A black and white photo of Lonny Price
A black and white photo of Lonny Price

Director Lonny Price Readies Norma Desmond for Her Close-Up

Glenn Close made theater history two decades ago with her unforgettable portrayal of Norma Desmond, the faded silent-screen diva poised for a comeback, in Sunset Boulevard. This week, she returns to Broadway to play the same role in a new production of the sumptuous musical, written by Andrew Lloyd Webber, Don Black and Christopher Hampton.

The revival, which begins performances on February 2 at the Palace Theatre, is directed by Lonny Price, whose last Broadway production was Lady Day at Emerson’s Bar & Grill starring Audra McDonald. “What makes it really exciting is that Glenn was so willing to reinvestigate the material in a fresh way,” says Price. “I thought it was very brave of her to say, ‘Let’s start again’ — especially when she had such a triumph the last time.” Close received her third Tony Award for her original performance in 1995. “She’s a very brave actress in the best way. She’s not afraid of looking unattractive or bad, just very eager to serve the material in a very truthful way. So it didn’t feel like I was re-creating something that was done before; we could get in there and look at this woman with all of the experience that Glenn has had in the last 20 years.”
Price says that the 1950 Billy Wilder movie classic starring Gloria Swanson that inspired the musical is one of his top 10 favorite movies of all time. The musical closely follows the movie plot: Ambitious but impoverished screenwriter Joe Gillis stumbles into the secluded world of the former screen goddess Norma Desmond. Repulsed, fascinated, and then inexorably drawn in, he is persuaded to share in Desmond’s delusions of recapturing her past glory.

“Having been in show business most of my life at this point, a lot of the themes of the story resonate with me: attachment to fame and fantasy, sanity and insanity,” Price continues. “I feel that we create these women when we are on sets with them, giving them anything they want just to keep the machine rolling. And then it goes away and they are left very altered by the experience. A lot of women of a certain age have paid a great price to be stars in some ways. I have a great empathy for them.”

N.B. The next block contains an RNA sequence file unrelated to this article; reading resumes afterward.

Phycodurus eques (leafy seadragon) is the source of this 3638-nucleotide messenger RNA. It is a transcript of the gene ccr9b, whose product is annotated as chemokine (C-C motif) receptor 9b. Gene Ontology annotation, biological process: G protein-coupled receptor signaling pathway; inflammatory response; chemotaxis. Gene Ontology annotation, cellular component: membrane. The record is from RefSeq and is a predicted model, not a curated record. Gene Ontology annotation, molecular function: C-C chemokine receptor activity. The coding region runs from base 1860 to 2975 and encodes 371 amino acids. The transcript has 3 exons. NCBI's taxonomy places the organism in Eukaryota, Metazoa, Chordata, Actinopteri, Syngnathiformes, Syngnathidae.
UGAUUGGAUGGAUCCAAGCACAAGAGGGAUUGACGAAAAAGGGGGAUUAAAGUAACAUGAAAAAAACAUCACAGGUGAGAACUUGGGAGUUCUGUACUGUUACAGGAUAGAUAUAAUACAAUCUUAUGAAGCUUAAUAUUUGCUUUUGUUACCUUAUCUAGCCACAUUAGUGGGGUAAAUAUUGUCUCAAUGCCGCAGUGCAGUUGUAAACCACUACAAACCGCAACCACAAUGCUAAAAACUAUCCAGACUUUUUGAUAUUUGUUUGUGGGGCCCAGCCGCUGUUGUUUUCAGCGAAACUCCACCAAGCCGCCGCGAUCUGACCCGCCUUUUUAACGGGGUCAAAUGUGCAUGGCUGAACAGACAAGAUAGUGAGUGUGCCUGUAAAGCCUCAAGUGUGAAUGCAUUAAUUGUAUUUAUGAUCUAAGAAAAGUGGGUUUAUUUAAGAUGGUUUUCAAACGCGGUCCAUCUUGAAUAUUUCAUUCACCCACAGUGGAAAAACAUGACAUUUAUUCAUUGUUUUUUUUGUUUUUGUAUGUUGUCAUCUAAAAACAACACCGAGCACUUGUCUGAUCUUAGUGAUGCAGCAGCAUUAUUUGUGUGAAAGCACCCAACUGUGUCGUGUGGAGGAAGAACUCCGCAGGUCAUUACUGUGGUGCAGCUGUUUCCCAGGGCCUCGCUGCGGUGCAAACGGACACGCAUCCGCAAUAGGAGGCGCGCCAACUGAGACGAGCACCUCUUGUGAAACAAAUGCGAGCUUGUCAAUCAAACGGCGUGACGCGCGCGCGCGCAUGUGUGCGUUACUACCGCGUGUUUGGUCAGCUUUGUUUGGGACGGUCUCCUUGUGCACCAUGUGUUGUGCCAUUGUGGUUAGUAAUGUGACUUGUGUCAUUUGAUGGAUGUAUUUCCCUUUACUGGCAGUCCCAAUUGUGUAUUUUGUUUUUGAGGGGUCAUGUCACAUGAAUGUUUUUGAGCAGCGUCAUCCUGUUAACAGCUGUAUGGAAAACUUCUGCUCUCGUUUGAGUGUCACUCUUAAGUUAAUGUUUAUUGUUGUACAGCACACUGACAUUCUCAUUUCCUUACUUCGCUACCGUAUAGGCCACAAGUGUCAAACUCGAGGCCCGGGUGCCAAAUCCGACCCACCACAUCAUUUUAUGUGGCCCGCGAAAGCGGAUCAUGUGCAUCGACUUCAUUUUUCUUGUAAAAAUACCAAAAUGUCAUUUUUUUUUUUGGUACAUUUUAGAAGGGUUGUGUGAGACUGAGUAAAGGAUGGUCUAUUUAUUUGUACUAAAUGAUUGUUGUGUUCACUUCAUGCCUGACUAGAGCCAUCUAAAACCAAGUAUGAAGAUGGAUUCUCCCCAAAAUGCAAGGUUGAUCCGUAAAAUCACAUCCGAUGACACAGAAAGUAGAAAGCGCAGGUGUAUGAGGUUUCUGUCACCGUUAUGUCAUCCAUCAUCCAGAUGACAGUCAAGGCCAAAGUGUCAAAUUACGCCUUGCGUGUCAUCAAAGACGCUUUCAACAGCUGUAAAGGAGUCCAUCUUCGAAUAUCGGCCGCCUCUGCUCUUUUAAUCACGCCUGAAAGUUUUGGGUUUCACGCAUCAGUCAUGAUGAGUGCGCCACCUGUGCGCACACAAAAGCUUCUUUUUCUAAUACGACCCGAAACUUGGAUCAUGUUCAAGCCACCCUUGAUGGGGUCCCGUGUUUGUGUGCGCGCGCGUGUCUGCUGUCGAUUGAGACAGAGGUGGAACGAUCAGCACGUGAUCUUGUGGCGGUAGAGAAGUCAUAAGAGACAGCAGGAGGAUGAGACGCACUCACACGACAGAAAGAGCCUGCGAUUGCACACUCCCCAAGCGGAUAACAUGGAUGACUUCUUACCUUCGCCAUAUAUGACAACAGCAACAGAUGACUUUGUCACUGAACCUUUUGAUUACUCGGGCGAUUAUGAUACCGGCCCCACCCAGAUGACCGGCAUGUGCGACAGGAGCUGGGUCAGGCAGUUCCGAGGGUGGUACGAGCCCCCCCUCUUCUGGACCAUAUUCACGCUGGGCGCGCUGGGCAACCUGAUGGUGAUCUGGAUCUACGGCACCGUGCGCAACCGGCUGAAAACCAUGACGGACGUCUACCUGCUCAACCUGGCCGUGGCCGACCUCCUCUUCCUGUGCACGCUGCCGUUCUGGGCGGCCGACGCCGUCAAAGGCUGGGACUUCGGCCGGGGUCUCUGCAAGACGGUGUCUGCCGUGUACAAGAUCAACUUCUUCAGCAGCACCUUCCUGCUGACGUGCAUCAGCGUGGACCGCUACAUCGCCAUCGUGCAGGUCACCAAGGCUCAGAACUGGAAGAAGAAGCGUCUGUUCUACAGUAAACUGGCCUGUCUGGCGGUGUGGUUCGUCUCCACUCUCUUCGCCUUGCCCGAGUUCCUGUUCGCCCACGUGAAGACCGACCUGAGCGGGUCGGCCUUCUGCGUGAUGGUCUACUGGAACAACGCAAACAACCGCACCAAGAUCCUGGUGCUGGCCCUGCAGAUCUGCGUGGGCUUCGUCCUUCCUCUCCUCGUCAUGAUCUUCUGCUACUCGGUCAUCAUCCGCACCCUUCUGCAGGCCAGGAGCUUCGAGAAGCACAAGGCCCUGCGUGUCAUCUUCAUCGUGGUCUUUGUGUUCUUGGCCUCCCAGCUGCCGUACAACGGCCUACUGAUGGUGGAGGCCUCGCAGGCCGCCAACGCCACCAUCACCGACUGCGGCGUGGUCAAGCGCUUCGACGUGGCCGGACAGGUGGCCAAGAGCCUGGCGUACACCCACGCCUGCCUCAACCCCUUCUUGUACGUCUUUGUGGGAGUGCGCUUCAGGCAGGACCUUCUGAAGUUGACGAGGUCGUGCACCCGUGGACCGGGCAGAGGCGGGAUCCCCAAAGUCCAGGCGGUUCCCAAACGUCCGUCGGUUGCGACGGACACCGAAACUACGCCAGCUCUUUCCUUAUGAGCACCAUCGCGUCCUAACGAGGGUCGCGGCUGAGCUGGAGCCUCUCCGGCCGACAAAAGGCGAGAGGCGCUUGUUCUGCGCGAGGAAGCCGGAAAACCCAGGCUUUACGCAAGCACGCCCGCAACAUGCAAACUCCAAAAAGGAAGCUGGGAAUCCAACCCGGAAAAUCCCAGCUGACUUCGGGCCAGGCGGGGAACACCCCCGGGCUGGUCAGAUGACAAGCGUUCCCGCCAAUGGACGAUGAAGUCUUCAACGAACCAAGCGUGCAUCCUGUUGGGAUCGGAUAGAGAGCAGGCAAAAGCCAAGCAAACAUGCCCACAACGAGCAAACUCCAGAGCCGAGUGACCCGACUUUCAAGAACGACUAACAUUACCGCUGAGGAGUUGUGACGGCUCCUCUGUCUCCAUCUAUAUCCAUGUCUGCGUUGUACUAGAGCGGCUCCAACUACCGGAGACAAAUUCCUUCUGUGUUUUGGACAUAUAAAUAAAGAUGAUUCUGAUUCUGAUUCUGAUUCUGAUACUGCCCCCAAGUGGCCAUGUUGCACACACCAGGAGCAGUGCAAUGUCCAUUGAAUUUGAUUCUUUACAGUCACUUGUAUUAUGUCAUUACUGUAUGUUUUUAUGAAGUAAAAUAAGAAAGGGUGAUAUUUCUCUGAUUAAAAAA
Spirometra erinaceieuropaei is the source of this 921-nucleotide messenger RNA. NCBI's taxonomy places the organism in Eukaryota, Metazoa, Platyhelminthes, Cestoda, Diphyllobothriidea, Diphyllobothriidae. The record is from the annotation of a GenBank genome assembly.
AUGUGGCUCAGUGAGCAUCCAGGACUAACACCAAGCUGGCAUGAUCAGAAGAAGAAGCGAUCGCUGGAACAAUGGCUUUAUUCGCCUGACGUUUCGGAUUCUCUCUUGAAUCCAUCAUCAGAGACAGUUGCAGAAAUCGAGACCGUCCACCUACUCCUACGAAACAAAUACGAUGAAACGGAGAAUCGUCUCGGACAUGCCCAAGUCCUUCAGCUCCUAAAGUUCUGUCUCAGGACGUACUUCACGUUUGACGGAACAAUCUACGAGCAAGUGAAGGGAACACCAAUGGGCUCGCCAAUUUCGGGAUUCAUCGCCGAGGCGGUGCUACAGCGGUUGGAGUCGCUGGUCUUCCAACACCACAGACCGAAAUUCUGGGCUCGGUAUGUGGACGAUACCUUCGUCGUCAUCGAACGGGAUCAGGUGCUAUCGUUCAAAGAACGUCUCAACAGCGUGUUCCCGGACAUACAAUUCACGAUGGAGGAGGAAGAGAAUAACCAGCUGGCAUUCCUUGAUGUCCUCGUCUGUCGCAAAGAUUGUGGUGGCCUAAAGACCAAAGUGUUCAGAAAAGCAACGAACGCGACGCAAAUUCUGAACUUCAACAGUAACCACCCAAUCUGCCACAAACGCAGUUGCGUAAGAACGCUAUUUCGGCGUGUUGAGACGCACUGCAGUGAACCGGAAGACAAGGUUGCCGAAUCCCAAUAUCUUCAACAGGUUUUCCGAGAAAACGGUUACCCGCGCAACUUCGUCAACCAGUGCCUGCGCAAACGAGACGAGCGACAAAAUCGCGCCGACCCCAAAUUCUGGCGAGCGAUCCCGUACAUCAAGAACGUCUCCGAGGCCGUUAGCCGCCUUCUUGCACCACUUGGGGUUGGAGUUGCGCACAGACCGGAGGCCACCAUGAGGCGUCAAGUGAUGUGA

Price isn’t exaggerating when he claims that show business is part of his DNA. Raised in New York City’s Queens, he was hooked at the age of 5 when he was taken to see the original production of Oliver! at the Imperial Theatre on Broadway. “I always say this: When you are a nice Jewish boy, your parents take you to the theatre; it’s one of those things. And if you don’t want your little boy to go into the theatre, you should not take him to see Oliver!” he adds, laughing. “I wanted to be up there on stage because it looked like so much fun.” So, of course, he enrolled in the Performing Arts High School and then went on to Juilliard to study acting. He also started a writing correspondence with Stephen Sondheim when he was 14 and managed to score an introduction to the megaproducer of the day, Hal Prince. Before long he was working as an office boy in Prince’s office and he was hired as a production assistant on the Prince-Sondheim masterwork Pacific Overtures. “Those two men have been my theater fathers for the last 40 years,” says Price. He pays homage to both men in Best Worst Thing That Ever Could Have Happened, the documentary Price made about the Prince-Sondheim–George Furth flop Merrily We Roll Along, in which Price played a starring role.